Search Term Friday: Freud and Theology

If you teach a survey of psychology class you have to talk, at some point, about Freud.

This poses a challenge at ACU. Students coming to college from Christian high schools already have some pretty strong biases and opinions about Freud. Like they do about Darwin.

Basically, these students are already convinced that Freud is no one they should take seriously.

But when I introduce Freud I tell the class that they already are very Freudian. Our culture is steeped in Freudian ideas. By the time you are an adult you've already internalized a ton of Freud's theory. The unconscious. Dreams. Repression. Defense mechanisms. Fixations. Analyzing people. Neuroses. The Id, Superego, and Ego. The Oedipus Complex. Anal retentive. Freudian slips. Sometimes a cigar is just a cigar.

And from there I go on to point out to the students that there is quite a lot in Freud that resonates with Christian theology. For example, Freud's view of human nature is pretty similar to some Christian notions of total depravity. Which brings us to some recent search terms that guided someone to this blog:

freud and theology

Those terms linked to my "Freud and Faith" series from 2009. That was a series where I wrote about some of the things I share with Christian students when talking about Freud.

For example, Freud's vision of the Id, motivated as it is by sexual and aggressive urges, is interesting to think about in terms of "original sin" and human depravity. Sex and aggression does explain a lot about us. Consider the amount of sexual and aggressive content in our entertainments--from movies to fiction to video games to music to sports to film.

For my part, I think Freud's greatest insights had to with neuroses. I can be pretty Freudian in this regard. 

For example, psychologically speaking, I tend to think that human beings are pretty sick. And that we're sort of doomed to be sick.

According to Freud, our neuroses--the psychological sickness I'm speaking about--is what makes us human beings. Neurosis is the critical ingredient. Where Aristotle said that humans are rational animals, Freud argued that humans are neurotic animals. If we lacked things like shame, guilt, and self-consciousness--if we were wholly indifferent to how others approved or disapproved of us--we'd be sociopaths.

So this seems to be our lot in life: to be a neurotic basketcase. We're doomed to worry about what others think about us and how we compare to others.

But the benefits of this neuroses are plentiful. Neuroses is what makes society and civilization work. We care about what everyone thinks, and while the burden of that care is worry, this mutual concern helps us create and navigate a predictable and normed social world.

The question I think a Christian theologian would ask about this Freudian formulation is this: 

Can we ever be free from neuroses? And could this be done in a healthy rather than sociopathic way?

That's an interesting question.

What Jesus neurotic? Was the Buddha neurotic?

When we think of these two persons we tend to picture them as non-neurotic and the exact opposite of sociopathic. They were non-neurotic but loving. So there seems to be, in some religious traditions, this vision of an empathic non-neuroses that we can aspire to. Psychological indicators of this state seem to be tranquility/peace, joy and love.

So how do you go from being psychologically sick into this state?

Buddhists and Christians get there in different ways. Buddhism suggests that you step out of neuroses by begging out of the whole game of evaluation, the sorting of experiencing into good and bad. That's the goal of sitting meditation, to simply sit--to exist as a human person--without evaluation. To sit "as a mountain," where the clouds of mental evaluation drift past without our clinging to them. To sit, to exist, still and tranquil--non-neurotically.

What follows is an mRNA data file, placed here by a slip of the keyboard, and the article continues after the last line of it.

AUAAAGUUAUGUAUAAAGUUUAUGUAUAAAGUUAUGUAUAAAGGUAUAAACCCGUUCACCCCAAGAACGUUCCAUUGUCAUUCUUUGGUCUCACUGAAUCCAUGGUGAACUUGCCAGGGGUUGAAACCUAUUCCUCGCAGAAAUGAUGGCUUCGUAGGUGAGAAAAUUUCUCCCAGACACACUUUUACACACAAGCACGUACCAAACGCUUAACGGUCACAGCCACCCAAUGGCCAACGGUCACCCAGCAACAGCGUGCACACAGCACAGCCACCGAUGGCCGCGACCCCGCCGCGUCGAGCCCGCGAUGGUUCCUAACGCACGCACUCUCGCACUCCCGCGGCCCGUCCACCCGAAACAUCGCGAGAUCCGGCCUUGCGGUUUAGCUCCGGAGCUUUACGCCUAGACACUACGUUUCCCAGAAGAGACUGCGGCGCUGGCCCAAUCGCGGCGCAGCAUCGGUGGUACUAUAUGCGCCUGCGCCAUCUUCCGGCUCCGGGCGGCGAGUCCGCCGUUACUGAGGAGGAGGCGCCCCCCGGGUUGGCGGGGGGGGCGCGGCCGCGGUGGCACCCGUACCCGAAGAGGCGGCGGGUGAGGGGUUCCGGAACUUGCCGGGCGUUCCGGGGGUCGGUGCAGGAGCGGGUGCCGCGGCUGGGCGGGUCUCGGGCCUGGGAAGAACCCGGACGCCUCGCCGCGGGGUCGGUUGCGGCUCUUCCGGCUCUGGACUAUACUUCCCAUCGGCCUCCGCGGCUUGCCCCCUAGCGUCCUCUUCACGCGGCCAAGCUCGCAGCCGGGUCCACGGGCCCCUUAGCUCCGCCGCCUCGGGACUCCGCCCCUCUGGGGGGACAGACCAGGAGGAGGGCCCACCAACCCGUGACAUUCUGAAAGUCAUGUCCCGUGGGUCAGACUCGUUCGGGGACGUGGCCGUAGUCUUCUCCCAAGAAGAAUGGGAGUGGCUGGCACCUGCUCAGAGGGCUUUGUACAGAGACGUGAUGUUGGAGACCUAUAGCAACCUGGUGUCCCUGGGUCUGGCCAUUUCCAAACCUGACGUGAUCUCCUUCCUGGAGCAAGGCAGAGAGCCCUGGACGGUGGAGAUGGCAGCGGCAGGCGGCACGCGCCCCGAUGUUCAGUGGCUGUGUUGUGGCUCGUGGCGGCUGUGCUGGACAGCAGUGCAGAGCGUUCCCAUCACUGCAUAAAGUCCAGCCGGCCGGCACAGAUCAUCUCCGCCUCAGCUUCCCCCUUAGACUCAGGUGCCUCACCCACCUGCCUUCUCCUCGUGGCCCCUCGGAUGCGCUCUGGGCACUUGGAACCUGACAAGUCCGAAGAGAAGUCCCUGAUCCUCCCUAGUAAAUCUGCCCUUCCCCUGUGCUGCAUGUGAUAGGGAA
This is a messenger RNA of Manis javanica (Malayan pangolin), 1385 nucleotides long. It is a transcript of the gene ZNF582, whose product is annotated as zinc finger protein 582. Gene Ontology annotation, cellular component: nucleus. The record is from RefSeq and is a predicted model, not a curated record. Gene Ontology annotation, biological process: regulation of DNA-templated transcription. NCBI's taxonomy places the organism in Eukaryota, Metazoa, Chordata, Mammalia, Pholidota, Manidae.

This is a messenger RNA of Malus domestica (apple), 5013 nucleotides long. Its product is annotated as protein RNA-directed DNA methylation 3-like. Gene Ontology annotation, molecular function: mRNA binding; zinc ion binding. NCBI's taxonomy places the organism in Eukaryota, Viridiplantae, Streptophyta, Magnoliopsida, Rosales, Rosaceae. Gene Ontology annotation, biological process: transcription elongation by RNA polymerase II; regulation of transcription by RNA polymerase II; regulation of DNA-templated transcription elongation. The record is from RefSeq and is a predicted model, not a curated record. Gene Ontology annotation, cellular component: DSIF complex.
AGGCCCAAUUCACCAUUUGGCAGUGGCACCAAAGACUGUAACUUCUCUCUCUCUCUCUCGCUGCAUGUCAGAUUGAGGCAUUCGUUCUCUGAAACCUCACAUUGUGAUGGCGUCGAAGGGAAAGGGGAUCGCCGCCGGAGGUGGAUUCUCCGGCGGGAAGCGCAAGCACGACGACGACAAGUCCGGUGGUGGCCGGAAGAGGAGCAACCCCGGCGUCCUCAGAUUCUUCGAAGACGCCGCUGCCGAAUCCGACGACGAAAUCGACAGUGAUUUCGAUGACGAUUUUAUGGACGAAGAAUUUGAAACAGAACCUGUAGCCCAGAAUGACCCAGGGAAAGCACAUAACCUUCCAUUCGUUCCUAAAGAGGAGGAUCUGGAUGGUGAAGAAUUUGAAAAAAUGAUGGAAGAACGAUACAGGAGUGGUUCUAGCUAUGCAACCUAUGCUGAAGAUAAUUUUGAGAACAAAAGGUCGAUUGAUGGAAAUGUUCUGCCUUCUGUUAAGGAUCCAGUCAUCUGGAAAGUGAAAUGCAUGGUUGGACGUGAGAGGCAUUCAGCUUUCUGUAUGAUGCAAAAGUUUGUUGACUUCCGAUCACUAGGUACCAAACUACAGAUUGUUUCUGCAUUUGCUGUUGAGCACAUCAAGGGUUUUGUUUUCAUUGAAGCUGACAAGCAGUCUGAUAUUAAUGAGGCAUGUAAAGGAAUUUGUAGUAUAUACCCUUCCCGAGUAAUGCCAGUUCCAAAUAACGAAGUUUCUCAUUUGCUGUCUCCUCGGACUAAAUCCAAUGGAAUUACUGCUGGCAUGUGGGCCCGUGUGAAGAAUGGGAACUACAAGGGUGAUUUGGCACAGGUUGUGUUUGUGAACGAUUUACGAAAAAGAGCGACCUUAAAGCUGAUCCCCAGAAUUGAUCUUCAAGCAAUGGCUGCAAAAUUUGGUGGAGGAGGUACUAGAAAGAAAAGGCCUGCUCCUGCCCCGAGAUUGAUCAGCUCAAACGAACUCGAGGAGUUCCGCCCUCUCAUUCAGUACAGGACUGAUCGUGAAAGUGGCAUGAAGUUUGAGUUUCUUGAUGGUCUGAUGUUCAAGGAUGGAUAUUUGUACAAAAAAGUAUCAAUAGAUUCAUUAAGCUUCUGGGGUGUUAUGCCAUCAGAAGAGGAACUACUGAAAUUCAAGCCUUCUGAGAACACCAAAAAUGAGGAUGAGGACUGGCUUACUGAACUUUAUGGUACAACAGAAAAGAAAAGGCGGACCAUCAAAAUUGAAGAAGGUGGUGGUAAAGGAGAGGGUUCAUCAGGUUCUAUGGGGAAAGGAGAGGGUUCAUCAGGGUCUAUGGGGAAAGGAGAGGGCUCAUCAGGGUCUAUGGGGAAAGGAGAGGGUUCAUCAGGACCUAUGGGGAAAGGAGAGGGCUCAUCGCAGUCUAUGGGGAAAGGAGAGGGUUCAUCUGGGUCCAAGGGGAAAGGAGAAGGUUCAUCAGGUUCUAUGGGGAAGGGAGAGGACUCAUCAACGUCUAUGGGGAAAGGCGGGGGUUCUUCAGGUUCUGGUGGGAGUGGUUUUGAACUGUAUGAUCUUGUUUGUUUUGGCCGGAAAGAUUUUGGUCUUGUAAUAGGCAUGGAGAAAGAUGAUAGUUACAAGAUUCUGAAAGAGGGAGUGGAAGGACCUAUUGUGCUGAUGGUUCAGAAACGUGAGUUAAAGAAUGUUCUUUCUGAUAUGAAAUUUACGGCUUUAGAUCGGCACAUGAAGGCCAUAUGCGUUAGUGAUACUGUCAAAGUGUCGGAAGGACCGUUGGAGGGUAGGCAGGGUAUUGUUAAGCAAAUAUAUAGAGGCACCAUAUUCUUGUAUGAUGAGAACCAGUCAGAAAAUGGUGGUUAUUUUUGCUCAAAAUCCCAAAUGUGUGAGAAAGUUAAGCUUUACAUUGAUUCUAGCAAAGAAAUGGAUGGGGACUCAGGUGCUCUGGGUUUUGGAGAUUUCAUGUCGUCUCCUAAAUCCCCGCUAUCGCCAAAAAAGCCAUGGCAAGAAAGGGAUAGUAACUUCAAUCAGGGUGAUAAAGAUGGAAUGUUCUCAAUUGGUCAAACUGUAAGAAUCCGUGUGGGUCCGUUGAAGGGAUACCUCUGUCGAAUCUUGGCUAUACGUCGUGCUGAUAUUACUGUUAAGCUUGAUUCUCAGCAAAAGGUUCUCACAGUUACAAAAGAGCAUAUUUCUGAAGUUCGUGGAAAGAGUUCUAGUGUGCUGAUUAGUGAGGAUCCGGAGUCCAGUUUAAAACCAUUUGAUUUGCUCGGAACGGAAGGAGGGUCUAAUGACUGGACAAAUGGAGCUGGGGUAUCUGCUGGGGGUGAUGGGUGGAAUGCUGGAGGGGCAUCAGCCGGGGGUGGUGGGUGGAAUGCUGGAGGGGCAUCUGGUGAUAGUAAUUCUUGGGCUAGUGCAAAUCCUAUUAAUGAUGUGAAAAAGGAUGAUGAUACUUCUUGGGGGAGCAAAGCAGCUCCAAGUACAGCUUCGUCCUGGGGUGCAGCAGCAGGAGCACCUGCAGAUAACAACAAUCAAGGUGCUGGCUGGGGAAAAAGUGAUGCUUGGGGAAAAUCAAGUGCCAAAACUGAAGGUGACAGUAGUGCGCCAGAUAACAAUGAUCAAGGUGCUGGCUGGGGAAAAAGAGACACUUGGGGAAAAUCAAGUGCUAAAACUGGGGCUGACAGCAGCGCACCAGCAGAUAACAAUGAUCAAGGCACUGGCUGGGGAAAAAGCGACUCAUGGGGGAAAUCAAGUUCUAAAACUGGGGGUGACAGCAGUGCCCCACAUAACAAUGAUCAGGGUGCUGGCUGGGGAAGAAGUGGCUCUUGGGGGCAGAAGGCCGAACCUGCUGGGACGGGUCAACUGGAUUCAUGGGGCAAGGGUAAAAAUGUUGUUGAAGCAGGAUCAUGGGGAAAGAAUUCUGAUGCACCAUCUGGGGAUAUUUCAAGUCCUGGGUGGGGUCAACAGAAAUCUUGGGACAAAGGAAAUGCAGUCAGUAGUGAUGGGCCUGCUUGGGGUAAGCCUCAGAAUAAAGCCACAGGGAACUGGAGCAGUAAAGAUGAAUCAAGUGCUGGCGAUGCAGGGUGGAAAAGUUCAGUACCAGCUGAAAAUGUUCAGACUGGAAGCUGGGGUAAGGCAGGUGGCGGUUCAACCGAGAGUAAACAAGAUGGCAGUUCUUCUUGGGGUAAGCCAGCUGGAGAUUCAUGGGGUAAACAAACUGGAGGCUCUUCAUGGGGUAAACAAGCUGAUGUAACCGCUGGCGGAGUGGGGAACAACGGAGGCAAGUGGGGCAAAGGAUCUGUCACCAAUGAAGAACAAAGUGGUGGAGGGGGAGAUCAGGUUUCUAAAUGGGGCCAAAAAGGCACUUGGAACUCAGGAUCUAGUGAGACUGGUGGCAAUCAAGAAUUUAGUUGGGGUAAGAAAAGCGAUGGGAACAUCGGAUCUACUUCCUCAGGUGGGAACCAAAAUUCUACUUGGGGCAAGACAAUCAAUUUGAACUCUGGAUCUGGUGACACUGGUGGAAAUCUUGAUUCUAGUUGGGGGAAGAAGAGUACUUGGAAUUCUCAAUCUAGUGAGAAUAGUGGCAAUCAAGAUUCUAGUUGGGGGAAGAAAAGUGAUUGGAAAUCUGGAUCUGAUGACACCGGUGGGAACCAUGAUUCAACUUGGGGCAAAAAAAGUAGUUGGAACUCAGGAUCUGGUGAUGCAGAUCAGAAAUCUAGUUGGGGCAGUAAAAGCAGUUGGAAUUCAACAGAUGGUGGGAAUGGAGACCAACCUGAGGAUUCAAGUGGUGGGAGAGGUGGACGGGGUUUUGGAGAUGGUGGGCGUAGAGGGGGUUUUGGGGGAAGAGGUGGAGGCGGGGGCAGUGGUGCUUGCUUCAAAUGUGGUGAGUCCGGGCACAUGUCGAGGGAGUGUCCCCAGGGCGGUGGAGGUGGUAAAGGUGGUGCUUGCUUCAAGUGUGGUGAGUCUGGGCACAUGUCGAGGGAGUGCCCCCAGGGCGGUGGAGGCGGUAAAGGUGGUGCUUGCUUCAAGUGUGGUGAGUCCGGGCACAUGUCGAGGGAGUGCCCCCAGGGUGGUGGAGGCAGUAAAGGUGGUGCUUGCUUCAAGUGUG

The Christian vision is to transfer the evaluation of the self from the human sphere to the divine, to experience yourself as loved by God. To be found in Christ. To store your treasures--what you value--in heaven rather than on earth. And when you receive yourself from God in this way, your neurotic concern about "what people think" attenuates.  For Christians, the experience of grace breaks the anxious sickness of neuroses. (This is, incidentally, a theme in my book The Slavery of Death.)

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6 thoughts on “Search Term Friday: Freud and Theology”

  1. Great piece. However, in my agreement that we all are neurotic, sick, my question would be just how "cured" are we when we experience grace? Or, are we somewhat cured, leaving us in a "healthy imperfection", freeing us to bestow grace on one another for what is not?

    I recall a Jewish friend and I arguing in a humorous way which mothers were more prone to lay guilt on their children, Jewish mothers, or Southern mothers? I once laid an example on him about my Southern mother that impressed him. As a young man I wore my hair quite long, and like most parents of that time, (pre Duck Dynasty), she was constantly voicing her disapproval and trying to lay some kind of guilt-trip on me to convince me to cut my hair. Well, one day she asked me in her quiet way, "Did you hear about Joe's car accident?" Joe was a friend of the family. I said "Yes, I did. I heard he was injured, but, will recover". A few seconds of silence went by, then she, in kind of a whisper, said, "Joe had long hair, too". All I could do was stare at her with the look that said, "That's crazy!" But I never said it. My mother was a loving, intelligent individual. But when it came to trying to convince her child to get on the straight and narrow, she, like most people who find themselves desperate, would "swerve in and out of the lane", so to speak. But we knew how to forgive each other. Because in looking back I can see numerous times when I was "swerving in and out of the lane" myself; and she would give me the look....but say nothing. Grace.